Gilles Balmet is a fantastic artist who lives in Paris.  He creates stunning paintings that look like photographic landscapes  I wanted to find out the inspiration for such inspired work.  Here’s our cool chat.

MICHAEL: So Gilles, I think that if we could open your head and look at your brain, we would definitely see the works you have created on paper. So this is what your brain looks like?

GILLES: I don't know if that's what my brain looks like, but that's what I want to show and create in my works. My work deals with the borders of landscape representation mixed with an abstract interest and an attention to parameters and the will to control the images and paintings or drawings on paper that have a kind of photographic quality. There’s also a process that links with the idea of revealing an image. 

MICHAEL: Yes, the works definitely look like photos. What is it about landscapes that inspire you?

GILLES: Landscapes are beautiful subjects and there are a lot of connections with abstraction. There are some great painters who’ve created works that have a certain kind of hesitation between these two genres – artists like Turner, Monet and even Matisse in some works. I was exposed very early to great works of a school of painters named “Ecole Dauphinoise” from the 19th century.  They represented mountains in a type of pre-hyperrealistic manner around my native town of Grenoble.  They have an entire room in the Grenoble Museum.  I spent a lot of time there as a teenager and that probably influenced my work. Grenoble is surrounded by mountains and that reminds me of a famous quote attributed to Stendhal who is also a Grenoble native.  “A chaque rue. une montagne.”  But I have to say that I am not very interested in mountains. 

MICHAEL: Tell me more about growing up with art. When did you first become aware yourself as an artist? Do you come from an artistic family?

GILLES: I grew up in a family where art was important due to the fame of my great-grandfather, Louis Balmet who was a stained-glass master in France. He created stained-glass for churches and collectors in France, Italy, Vietnam, Brazil and India. My grand father was a lesser known figure who worked in the shadow of his father.  He framed works of art and all kinds of pictures from drawings to canvas to photographs. I was exposed very early to different kinds of pictures in my father's shop. I’ve had my own studio in Grenoble since I was 10 years old. It’s located in my great-grandfather’s building. There’s a connection between us even though I didn’t know him. He was also a collector.  I am and glad that I was surrounded by art that he collected even though my parents weren’t very interested in art. That may sound strange, but I always considered myself an artist or at least enough to decide to have my own studio at the age of 10 and even teach some of my neighbors to draw.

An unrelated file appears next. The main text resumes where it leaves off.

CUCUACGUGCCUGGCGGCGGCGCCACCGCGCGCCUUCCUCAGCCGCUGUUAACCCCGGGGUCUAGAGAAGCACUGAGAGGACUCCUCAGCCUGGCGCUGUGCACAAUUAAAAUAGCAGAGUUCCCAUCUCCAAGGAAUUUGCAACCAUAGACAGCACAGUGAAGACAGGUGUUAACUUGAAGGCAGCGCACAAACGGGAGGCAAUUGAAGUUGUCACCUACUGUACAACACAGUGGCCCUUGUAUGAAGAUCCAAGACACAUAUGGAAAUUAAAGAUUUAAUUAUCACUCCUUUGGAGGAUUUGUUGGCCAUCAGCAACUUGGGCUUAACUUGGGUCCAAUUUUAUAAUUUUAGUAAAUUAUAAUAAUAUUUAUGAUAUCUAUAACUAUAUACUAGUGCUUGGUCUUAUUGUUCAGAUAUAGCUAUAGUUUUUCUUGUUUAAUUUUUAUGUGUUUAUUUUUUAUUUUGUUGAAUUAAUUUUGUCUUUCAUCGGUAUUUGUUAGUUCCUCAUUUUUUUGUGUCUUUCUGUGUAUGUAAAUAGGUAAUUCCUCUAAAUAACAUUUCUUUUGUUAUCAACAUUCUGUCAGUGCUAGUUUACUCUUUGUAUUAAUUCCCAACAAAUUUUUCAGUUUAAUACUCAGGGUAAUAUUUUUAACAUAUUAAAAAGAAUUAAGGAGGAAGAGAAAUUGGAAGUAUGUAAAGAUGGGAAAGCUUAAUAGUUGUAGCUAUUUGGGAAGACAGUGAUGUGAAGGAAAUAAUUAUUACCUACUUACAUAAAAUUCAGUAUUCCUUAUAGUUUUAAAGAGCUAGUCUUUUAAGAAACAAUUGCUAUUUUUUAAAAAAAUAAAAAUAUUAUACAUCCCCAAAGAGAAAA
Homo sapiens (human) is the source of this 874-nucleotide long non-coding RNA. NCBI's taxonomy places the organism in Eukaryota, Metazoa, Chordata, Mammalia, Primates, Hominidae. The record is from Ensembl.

MICHAEL: Wouldn't you have an easier life if you had chosen to be a lawyer, doctor or businessman? The life of an artist is so difficult, isn't it?

GILLES: I am doing what I always wanted to do so I am in no way frustrated to do another job. Of course, life can be difficult sometimes as an artist, but that is true for all kind of jobs. I have experimented with a lot of different activities, more classical ones during my summer jobs and enough to know what I do not want to do. As an artist, you can meet a lot of different people, be in contact with different kinds of activities and do yourself a lot of different things. You have to interact with museum directors, art critics, curators, gallerists, politicians, editors, graphic designers, collectors and you can be sometimes be called to do some of these activities. So, being an artist is a very interesting way of conducting your life and that's definitely my choice. I had the chance during my education at Grenoble art school from 1998 to 2003 to be surrounded by great artists and teachers like Ange Leccia, Jean-Luc Moulène, Gianni Motti, Martine Aballéa and Joël Bartolomeo. So I had a precise idea of what could be the life of a contemporary artist who can teach in a parallel life. I have recently been appointed as artist teacher in ESBAMA in Montpellier.  That is a great public art school and it’s a great honor for me.

MICHAEL: Fantastic! Congratulations. What do think about the art world and the business of contemporary art today?